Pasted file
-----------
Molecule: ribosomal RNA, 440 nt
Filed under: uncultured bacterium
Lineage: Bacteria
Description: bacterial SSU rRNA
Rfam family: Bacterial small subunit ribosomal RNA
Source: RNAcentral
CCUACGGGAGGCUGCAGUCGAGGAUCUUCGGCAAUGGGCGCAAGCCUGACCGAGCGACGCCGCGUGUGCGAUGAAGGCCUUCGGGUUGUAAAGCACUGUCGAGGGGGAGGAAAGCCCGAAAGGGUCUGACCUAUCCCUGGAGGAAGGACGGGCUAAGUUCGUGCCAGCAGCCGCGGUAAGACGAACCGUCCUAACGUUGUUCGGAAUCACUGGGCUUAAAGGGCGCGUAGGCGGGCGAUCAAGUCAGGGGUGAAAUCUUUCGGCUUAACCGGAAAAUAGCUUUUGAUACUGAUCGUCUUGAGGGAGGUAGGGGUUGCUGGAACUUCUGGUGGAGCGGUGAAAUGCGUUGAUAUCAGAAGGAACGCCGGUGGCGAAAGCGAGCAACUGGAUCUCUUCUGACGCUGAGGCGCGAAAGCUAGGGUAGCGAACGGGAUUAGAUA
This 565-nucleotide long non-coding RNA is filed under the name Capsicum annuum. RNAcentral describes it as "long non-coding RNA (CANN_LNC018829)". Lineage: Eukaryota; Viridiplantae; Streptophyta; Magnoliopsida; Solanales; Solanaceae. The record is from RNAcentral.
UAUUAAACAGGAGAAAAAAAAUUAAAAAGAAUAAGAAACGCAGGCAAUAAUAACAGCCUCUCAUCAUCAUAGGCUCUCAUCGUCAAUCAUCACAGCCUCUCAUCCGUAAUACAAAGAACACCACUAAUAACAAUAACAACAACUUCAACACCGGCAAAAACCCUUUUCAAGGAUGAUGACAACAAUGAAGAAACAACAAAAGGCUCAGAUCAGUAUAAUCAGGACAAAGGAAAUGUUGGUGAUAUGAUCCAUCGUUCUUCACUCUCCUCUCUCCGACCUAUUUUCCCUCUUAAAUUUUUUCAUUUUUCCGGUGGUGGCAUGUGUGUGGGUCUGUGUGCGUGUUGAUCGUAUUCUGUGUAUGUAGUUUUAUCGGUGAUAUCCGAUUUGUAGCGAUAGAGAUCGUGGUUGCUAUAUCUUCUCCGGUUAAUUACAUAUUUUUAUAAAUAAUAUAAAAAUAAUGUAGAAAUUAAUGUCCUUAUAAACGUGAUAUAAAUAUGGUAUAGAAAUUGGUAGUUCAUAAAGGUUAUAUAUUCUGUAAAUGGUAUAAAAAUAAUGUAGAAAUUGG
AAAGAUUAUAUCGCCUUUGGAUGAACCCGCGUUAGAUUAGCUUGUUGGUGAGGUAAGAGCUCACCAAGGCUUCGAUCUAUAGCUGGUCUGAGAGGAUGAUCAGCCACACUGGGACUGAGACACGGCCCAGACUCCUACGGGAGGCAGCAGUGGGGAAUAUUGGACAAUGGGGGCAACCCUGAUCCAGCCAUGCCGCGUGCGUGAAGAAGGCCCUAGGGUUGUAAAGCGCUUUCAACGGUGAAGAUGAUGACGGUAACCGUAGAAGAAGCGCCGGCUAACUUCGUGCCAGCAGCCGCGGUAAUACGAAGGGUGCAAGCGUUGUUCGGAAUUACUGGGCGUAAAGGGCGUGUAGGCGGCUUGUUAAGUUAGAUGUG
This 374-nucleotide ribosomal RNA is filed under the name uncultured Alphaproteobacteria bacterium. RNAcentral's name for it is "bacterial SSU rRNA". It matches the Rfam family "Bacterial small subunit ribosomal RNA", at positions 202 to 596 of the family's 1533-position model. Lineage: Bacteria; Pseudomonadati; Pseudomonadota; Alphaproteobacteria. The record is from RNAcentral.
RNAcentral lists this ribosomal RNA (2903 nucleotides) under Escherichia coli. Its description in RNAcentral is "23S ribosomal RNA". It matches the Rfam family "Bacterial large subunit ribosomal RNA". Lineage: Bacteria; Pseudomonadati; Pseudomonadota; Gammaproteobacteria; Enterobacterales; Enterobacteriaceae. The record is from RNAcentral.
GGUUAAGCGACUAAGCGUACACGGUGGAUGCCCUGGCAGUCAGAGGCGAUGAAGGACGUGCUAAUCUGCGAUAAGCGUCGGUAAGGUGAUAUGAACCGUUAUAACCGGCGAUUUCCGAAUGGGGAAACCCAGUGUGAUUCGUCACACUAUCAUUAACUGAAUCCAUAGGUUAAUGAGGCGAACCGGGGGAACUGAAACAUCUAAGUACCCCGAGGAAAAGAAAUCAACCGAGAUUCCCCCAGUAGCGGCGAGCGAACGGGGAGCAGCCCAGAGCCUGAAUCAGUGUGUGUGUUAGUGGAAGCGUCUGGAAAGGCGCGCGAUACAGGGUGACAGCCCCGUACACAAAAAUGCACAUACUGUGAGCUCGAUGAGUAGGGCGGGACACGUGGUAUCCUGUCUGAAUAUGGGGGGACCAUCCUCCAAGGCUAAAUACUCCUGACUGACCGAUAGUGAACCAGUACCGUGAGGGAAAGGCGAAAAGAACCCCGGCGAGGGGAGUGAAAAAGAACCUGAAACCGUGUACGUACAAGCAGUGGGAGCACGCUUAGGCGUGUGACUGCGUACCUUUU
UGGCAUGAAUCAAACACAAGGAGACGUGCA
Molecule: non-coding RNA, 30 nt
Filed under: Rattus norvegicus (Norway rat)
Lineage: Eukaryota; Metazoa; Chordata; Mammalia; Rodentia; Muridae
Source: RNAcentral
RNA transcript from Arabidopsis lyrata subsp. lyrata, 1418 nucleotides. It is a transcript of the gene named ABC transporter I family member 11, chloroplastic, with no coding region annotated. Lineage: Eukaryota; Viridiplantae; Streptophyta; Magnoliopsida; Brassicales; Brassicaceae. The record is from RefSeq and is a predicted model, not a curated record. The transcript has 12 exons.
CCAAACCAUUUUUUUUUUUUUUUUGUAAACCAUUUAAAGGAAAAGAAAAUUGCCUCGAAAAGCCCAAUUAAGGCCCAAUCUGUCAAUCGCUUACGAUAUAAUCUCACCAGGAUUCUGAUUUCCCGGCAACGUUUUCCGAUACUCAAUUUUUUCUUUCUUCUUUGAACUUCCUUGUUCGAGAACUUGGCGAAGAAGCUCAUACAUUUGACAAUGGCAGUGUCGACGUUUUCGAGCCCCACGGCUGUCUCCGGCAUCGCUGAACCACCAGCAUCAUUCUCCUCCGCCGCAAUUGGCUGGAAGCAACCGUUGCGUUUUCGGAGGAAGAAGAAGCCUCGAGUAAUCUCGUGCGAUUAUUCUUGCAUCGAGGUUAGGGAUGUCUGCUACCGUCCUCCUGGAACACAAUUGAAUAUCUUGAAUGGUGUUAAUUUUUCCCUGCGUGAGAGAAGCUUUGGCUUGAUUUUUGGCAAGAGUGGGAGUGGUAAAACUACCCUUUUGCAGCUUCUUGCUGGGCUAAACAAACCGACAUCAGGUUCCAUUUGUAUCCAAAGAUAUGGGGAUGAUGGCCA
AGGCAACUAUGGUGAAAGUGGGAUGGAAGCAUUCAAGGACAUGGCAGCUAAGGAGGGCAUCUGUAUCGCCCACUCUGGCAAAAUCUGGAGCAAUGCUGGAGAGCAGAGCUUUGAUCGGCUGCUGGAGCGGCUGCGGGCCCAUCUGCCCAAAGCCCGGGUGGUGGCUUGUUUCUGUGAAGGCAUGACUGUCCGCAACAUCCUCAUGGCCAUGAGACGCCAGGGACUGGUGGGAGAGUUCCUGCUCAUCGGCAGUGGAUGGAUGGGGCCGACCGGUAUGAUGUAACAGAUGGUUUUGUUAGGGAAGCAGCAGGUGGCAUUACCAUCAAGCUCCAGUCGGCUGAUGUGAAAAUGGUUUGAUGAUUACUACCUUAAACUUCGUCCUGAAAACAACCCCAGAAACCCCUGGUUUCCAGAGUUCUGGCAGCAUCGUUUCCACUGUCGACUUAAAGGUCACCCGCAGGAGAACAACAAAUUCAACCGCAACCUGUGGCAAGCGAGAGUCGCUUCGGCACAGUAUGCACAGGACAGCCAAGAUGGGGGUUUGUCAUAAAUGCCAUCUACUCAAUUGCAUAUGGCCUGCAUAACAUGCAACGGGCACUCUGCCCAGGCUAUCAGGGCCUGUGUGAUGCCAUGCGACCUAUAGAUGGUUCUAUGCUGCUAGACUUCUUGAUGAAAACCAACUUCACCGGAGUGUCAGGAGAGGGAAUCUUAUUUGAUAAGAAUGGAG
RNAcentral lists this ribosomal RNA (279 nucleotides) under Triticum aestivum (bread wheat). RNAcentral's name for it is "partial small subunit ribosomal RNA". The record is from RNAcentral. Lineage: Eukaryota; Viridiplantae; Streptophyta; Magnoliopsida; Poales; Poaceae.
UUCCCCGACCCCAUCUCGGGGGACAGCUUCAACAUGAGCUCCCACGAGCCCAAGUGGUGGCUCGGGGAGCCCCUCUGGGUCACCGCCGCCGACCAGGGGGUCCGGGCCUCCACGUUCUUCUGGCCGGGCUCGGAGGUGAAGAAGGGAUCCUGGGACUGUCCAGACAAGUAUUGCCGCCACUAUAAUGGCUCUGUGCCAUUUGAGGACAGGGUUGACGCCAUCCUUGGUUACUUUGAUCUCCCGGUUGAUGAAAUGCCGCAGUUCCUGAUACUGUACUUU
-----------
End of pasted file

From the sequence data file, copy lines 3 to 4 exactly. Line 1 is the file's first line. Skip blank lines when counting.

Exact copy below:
Lineage: Bacteria
Description: bacterial SSU rRNA